Let's boost organ donation to better than 50 percent

Monday, April 2, 2012

Public officials are called upon to make all sorts of public appearances, and we know they enjoy some more than others.

We have a feeling there was no trouble getting a couple of public officials to Thursday's launch of April's Donate Life Month.

Dr. Joann Schaefer, chief medical officer and director of the Division of Public Health, and Beverly Neth, director of the Nebraska Department of Motor Vehicles, joined Gov. Dave Heineman and Lisa Carmichael, vice president of Donate Life Nebraska at the event.

Two of those officials, Dr. Schaefer and Ms. Neth, know first hand how important organ donation is.

Dr. Schaefer received a liver transplant in 2008, and Neth has twice received living kidney donations from relatives.

"Part of me is about to turn 4 years old," Schaefer said. "I wouldn't be here today without the generosity of my donor. His gift has given me a second chance to live my life and I will be eternally grateful."

And, Ms. Neth, who has twice received living kidney donations from relatives, is grateful her department plays such a big part in facilitating organ donation.

"The role the DMV plays in supporting organ and tissue donation is one of the most satisfying elements of my job," Neth said. "I'm especially pleased that Nebraskans will be able to show their support of organ and tissue donation through the new Donate Life license plate.

At the end of 2011, 699,015 Nebraskans were designated donors on the Nebraska Donor Registry, an increase of more than 12,000 registrations since the end of 2010. Approximately half of licensed drivers in Nebraska are designated as organ donors.

Fourteen Nebraska counties had at least 50 percent of applicants for driver's license or state identification cards join the Nebraska Donor Registry in 2011. Southwest Nebraska is represented by Frontier County, where 50.3 percent of drivers have signed up.

DMV records indicate that 63 Nebraska counties have a donor designation rate between 40 and 49.9 percent. A goal set by Donate Life America and the donation and transplant community in 2006 was achieved this fall. Some 100 million people in the United States are now reported as registered organ, eye and tissue donors through state donor registries.

"These numbers represent more than statistics," Carmichael said. Each person who signs up as a donor can potentially save eight lives through organ donation, restore sight to two people through cornea donation, and improve mobility and health of up to 50 others through tissue donation, he said.

"These are real lives that are being dramatically impacted by Nebraskans making the decision to sign up on the Nebraska Donor Registry," Carmichael said.

If you'd like to participate in the Donate Life specialty license plate program to promote organ, eye and tissue donation, which will require 500 applications as well as a check for the annual fee of $70, go to www.donatelifenebraska.com to download the application.

In Nebraska, 450 individuals are on a waiting list for organ and tissue donations. In 2011, 261 Nebraskans received lifesaving organ transplants.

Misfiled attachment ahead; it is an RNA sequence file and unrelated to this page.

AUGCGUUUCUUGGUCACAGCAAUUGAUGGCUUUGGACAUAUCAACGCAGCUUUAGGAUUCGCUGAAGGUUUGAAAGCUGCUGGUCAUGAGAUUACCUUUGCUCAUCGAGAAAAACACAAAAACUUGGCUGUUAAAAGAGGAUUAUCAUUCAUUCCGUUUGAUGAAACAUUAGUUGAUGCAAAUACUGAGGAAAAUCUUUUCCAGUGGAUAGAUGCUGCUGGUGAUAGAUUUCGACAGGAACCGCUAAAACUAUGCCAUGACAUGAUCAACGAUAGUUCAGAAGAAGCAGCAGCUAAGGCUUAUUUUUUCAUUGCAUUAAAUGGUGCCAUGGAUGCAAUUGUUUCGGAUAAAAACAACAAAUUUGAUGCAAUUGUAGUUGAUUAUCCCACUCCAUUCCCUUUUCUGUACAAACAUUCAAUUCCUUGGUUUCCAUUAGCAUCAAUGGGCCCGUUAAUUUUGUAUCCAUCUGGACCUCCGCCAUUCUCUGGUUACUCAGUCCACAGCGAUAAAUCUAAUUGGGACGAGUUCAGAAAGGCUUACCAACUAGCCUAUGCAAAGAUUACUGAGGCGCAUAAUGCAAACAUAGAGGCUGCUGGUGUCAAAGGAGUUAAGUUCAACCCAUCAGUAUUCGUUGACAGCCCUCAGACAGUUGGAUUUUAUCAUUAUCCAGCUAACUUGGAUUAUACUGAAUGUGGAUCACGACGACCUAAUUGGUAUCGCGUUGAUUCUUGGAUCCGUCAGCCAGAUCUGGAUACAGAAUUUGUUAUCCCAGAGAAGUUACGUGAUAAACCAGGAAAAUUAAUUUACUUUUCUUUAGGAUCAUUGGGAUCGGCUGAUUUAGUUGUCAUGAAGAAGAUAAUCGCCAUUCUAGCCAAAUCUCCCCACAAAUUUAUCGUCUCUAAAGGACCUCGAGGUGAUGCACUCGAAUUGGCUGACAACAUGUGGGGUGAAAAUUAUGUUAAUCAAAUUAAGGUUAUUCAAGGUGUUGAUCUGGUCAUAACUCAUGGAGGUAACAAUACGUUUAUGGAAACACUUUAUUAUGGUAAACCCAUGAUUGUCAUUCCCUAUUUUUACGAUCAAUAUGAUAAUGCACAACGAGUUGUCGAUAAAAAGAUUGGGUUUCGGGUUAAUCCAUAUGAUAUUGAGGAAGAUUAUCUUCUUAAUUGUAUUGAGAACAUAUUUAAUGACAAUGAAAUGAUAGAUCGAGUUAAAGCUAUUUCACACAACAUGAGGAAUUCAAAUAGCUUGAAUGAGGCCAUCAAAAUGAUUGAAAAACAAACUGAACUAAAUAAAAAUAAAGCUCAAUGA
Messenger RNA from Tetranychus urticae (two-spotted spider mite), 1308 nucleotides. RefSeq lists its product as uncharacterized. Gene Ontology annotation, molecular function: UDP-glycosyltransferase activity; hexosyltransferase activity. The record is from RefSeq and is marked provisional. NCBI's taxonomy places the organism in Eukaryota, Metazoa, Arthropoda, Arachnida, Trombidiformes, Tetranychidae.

It's great that more than half of the drivers in Frontier County are signed up as organ donors, and we're sure the levels are not far behind elsewhere in the area. But we can do better; please consider signing up next time you renew your drivers license.

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  • Your story about Organ Donation highlighted the tragic shortage of human organs for transplant operations.

    There are now over 113,000 people on the National Transplant Waiting List, with over 50% of these people dying before they get a transplant. Most of these deaths are needless. Americans bury or cremate 20,000 transplantable organs every year.

    There is a simple way to put a big dent in the organ shortage -- give donated organs first to people who have agreed to donate their own organs when they die.

    Giving organs first to organ donors will convince more people to register as organ donors. It will also make the organ allocation system fairer. Everyone who is willing to receive should be willing to give.

    Anyone who wants to donate their organs to others who have agreed to donate theirs can join LifeSharers. LifeSharers is a non-profit network of organ donors who agree to offer their organs first to other organ donors when they die. Membership is free at www.lifesharers.org or by calling

    1-888-ORGAN88. There is no age limit, parents can enroll their minor children, and no one is excluded due to any pre-existing medical condition. LifeSharers has over 15,000 members as of this writing, including 32 members in Nebraska.

    Please contact me - Dave Undis, Executive Director of LifeSharers - if your readers would like to learn more about our innovative approach to increasing the number of organ donors. I can arrange interviews with some of our local members if you're interested. My email address is daveundis@lifesharers.org. My phone number is 615-351-8622.

    -- Posted by LIFESHARERS on Tue, Apr 3, 2012, at 9:41 AM
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